The warning that we need to ensure that primary care categories are sufficiently discriminating (and therefore narrow) is well taken. But, I have yet to be persuaded that the diagnosis of attention deficit/hyperactivity disorder (ADHD) can be validly made by generalist clinicians on the basis of a 10- to 15-minute consultation. Nevertheless, I do agree that it is highly desirable to be able to diagnose ADHD in primary care. Moreover, I worry that any attempt to expect that primary care professionals could diagnose ADHD on the basis of a brief assessment may do more harm than good in encouraging overuse of mediation.
Yi Zheng supports the use of multiaxial and dimensional approaches, with the former particularly important in bringing the social environment into diagnostic considerations (Zheng, 2011). The importance of recognizing subthreshold problems is underlined and the need for some diagnoses to undergo further testing is emphasized. Concern is expressed that putting disorders needing further testing into a single group may impede their treatment. In my view, all depends on how the disorders are conceptualized and expressed and on where they are placed in the classification. ICD-10 has no such grouping so they are likely to be ignored. DSM-IV has such a grouping but it is in an appendix. So far as I am aware, there has been very little research to test these disorders and they are often not accepted as justifying treatment. Hence the pleas for a place in the main classification.
Luis Rohde helpfully focuses on how they apply to the high proportion of young people living in developing countries (Rohde, 2011). He applauds the development of an ICD-11 primary care classification applicable to children and hopes that DSM-V will follow suit. Like Yi Zheng, he notes the value of multiaxial classification. While he welcomes the deleting of a special section for disorders with an onset in childhood or adult life, he wisely worries that this would be beneficial only if there truly is an overt developmental perspective throughout the whole of the classification.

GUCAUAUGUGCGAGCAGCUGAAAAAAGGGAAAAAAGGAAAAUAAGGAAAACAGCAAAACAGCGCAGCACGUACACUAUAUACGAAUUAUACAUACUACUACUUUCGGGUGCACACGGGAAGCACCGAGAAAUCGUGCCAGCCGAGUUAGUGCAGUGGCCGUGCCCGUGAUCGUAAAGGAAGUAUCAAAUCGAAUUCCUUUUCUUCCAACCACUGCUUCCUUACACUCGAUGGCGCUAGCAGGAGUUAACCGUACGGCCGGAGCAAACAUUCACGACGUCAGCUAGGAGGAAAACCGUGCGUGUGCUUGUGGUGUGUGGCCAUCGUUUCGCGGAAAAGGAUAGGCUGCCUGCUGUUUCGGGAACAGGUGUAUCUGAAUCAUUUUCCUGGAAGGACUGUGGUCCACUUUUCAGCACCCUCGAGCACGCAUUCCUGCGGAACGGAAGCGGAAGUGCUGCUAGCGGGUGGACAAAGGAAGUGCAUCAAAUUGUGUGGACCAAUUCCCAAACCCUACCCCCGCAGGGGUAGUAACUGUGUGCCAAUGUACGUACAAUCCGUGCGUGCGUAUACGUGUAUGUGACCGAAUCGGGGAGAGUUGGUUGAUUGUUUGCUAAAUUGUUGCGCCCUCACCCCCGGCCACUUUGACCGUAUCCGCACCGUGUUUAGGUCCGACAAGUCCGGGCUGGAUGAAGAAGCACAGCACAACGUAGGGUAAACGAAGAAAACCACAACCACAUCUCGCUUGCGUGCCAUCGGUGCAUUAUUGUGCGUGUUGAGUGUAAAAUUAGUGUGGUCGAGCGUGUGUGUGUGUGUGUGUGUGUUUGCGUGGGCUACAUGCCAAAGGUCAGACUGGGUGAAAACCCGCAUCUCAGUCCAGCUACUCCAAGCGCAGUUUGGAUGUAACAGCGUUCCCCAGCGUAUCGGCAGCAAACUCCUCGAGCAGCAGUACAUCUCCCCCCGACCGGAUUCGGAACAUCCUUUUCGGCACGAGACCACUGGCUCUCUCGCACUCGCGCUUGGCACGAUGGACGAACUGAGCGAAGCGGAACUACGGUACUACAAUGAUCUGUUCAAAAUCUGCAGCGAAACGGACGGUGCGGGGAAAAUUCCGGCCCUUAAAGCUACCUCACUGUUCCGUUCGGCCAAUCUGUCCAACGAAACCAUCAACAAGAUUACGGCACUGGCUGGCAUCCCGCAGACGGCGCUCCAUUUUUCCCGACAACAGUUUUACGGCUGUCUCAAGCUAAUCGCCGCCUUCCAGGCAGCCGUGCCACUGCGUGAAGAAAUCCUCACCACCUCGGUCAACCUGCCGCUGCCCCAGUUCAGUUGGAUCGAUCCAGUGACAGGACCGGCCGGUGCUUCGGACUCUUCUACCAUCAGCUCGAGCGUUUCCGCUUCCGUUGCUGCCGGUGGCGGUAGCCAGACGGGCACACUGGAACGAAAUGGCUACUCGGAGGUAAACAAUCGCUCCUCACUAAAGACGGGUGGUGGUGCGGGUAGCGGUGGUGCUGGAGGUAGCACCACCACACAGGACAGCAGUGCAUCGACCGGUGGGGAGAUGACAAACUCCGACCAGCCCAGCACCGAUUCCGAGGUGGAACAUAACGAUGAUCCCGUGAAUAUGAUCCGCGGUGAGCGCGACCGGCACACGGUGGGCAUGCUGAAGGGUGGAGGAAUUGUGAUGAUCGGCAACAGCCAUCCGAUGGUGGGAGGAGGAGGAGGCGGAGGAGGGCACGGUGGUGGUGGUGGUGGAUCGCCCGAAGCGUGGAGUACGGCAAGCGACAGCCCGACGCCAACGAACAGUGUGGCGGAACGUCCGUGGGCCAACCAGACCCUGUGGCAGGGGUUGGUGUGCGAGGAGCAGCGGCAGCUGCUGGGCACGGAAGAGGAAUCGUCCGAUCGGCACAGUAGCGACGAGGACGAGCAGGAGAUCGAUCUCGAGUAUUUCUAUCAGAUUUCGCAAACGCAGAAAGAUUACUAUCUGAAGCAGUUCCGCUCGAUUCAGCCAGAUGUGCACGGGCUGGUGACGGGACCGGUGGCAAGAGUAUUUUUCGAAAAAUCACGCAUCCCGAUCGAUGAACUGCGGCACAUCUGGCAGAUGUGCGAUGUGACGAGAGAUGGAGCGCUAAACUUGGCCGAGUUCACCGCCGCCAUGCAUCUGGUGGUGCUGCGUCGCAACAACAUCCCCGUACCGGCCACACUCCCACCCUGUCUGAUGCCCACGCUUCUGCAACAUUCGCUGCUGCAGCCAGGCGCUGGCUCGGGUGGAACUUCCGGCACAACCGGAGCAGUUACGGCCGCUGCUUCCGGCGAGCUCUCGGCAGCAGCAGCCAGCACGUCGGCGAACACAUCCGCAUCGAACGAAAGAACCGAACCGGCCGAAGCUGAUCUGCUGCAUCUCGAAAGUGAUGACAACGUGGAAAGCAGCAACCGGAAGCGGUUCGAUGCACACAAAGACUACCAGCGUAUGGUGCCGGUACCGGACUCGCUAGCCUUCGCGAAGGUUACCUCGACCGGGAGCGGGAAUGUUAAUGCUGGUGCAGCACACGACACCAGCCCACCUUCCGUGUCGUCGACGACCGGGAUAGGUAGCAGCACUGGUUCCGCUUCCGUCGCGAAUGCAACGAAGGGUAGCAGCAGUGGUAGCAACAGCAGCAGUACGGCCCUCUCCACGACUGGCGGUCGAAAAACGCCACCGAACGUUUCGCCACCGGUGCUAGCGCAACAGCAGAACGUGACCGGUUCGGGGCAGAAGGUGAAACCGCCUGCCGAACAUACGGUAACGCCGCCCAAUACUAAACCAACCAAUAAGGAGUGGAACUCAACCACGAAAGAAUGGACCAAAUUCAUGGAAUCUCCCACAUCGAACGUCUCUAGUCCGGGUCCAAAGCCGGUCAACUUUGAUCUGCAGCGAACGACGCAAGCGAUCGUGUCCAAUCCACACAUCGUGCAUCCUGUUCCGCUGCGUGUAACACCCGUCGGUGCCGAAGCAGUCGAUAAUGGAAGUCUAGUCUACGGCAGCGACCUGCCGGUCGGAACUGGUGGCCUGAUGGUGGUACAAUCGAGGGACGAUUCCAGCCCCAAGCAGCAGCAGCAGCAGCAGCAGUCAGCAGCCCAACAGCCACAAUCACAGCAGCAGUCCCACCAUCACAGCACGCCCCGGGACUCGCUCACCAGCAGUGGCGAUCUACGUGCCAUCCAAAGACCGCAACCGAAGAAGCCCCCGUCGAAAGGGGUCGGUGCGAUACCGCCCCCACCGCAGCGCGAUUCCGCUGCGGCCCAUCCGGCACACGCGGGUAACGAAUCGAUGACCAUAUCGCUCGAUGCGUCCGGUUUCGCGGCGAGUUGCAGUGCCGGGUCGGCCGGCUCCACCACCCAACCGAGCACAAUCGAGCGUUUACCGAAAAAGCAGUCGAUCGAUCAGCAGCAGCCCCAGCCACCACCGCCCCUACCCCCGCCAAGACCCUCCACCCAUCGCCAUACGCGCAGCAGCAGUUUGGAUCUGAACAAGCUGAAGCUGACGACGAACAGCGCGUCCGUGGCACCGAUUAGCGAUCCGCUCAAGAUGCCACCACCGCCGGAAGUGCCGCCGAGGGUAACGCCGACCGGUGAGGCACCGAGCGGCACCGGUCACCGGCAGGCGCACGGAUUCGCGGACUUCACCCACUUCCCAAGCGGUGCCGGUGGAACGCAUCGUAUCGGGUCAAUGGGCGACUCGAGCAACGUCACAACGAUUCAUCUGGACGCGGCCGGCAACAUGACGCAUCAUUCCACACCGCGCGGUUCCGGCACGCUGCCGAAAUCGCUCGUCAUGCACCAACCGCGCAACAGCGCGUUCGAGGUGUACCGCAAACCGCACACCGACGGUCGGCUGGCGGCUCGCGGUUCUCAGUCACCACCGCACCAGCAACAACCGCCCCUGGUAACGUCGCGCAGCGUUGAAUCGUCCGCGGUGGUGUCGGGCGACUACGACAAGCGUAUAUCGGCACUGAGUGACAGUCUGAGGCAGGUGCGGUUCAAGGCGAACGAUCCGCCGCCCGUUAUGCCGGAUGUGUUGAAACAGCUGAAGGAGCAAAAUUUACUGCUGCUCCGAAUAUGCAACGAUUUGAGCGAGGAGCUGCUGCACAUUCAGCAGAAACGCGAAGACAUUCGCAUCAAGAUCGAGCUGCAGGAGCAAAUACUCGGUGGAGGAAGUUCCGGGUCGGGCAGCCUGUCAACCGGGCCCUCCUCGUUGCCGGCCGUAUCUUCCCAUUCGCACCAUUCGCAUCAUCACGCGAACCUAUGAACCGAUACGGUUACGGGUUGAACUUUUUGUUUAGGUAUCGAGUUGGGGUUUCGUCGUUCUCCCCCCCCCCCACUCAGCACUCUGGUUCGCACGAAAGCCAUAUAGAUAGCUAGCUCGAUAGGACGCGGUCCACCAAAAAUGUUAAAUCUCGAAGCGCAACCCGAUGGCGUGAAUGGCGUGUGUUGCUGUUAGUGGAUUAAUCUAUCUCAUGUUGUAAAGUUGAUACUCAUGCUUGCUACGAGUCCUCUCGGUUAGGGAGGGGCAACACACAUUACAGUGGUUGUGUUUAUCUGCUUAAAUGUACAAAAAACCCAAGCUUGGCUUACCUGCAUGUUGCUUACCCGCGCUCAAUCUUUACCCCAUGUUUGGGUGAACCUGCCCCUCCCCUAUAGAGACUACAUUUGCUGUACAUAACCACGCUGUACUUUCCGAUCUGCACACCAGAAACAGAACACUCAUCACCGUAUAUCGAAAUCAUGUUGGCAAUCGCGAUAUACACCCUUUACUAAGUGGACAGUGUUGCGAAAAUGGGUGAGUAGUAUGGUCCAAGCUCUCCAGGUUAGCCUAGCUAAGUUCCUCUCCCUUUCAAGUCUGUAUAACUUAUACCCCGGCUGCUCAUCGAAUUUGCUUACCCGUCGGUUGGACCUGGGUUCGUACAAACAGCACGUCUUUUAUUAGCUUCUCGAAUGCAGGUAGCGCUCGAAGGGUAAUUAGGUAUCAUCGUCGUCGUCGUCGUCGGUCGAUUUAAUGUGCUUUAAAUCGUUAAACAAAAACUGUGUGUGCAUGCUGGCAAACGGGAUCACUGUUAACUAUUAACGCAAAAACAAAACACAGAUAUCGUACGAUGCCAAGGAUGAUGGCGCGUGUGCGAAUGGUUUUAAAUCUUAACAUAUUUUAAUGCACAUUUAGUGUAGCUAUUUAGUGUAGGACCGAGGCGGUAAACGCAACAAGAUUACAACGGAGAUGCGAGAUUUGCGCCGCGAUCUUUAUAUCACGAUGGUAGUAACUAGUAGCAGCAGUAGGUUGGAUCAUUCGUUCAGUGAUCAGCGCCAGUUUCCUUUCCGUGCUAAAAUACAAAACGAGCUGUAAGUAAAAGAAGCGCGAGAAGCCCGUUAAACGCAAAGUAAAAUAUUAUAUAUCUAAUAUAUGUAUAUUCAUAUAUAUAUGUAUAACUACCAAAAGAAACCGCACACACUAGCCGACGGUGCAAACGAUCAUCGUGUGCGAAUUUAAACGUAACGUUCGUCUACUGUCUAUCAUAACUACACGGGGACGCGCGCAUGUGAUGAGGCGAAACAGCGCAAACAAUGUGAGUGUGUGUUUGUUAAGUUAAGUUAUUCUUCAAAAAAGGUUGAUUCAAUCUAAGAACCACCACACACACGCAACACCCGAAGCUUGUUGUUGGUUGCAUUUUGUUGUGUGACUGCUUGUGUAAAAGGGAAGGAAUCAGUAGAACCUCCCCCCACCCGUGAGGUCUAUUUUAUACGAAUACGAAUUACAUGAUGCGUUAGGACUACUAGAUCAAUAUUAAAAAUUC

Finally, Yanki Yazgan, using the tantalizing title of ‘The naïve and sentimental diagnostician’, argues that a ‘fast and frugal’ prototype approach is both necessary and appropriate at the primary care level, because it is used to decide which patients need what sort of more specialized services (Yazgan, 2011). It may be that that would be sufficient at the primary care level were it not for the fact that, in many cases, ongoing care will have to be provided at the primary level. That requires what is described as a ‘sentimental’ approach – but explained as meaning ‘reflective’ or ‘pensive’.
It is also argued that impairment is essential for diagnosis because it brings the disorder to the attention of some professional. I agree that is often the case, but it will not be so if biomarkers can be developed to the point of providing, at an individual level, a valid indicator of a condition that is already present but which is not yet manifest through either symptoms or impairment. Despite that, if safe and effective preventive measures are available, services should be provided. Of course, these tricky diagnostic issues will only hit home when science has developed beyond its current point. In my essay, I was seeking to look ahead to challenges and not just proffer solutions for the present.
I am extremely gratified by the constructive questioning of some points in my essay. They enable me to conclude by reiterating that, like everyone else, I have no ‘correct’ answer to all the major classification questions. Rather, I have sought to outline my views on the principles that are needed in order to come to some acceptable solution. Necessarily, it will involve judgments when the scientific evidence does not all point in the same direction and inevitably it will require compromises when judgments have to take into account practical utility and varied societal circumstances, as well as science. What is really encouraging is the extent to which people are increasingly recognizing the complexity but also the need to pool ideas and thinking in a problem-solving mode so that the revised ICD and DSM classifications are moving ahead in the right direction, and hopefully in harmony.
Michael Rutter, Box 80, MRC Social Genetic & Developmental Psychiatry Research Centre, Institute of Psychiatry, De Crespigny Park, Denmark Hill, London, SE5 8AF, UK; Email: email@example.com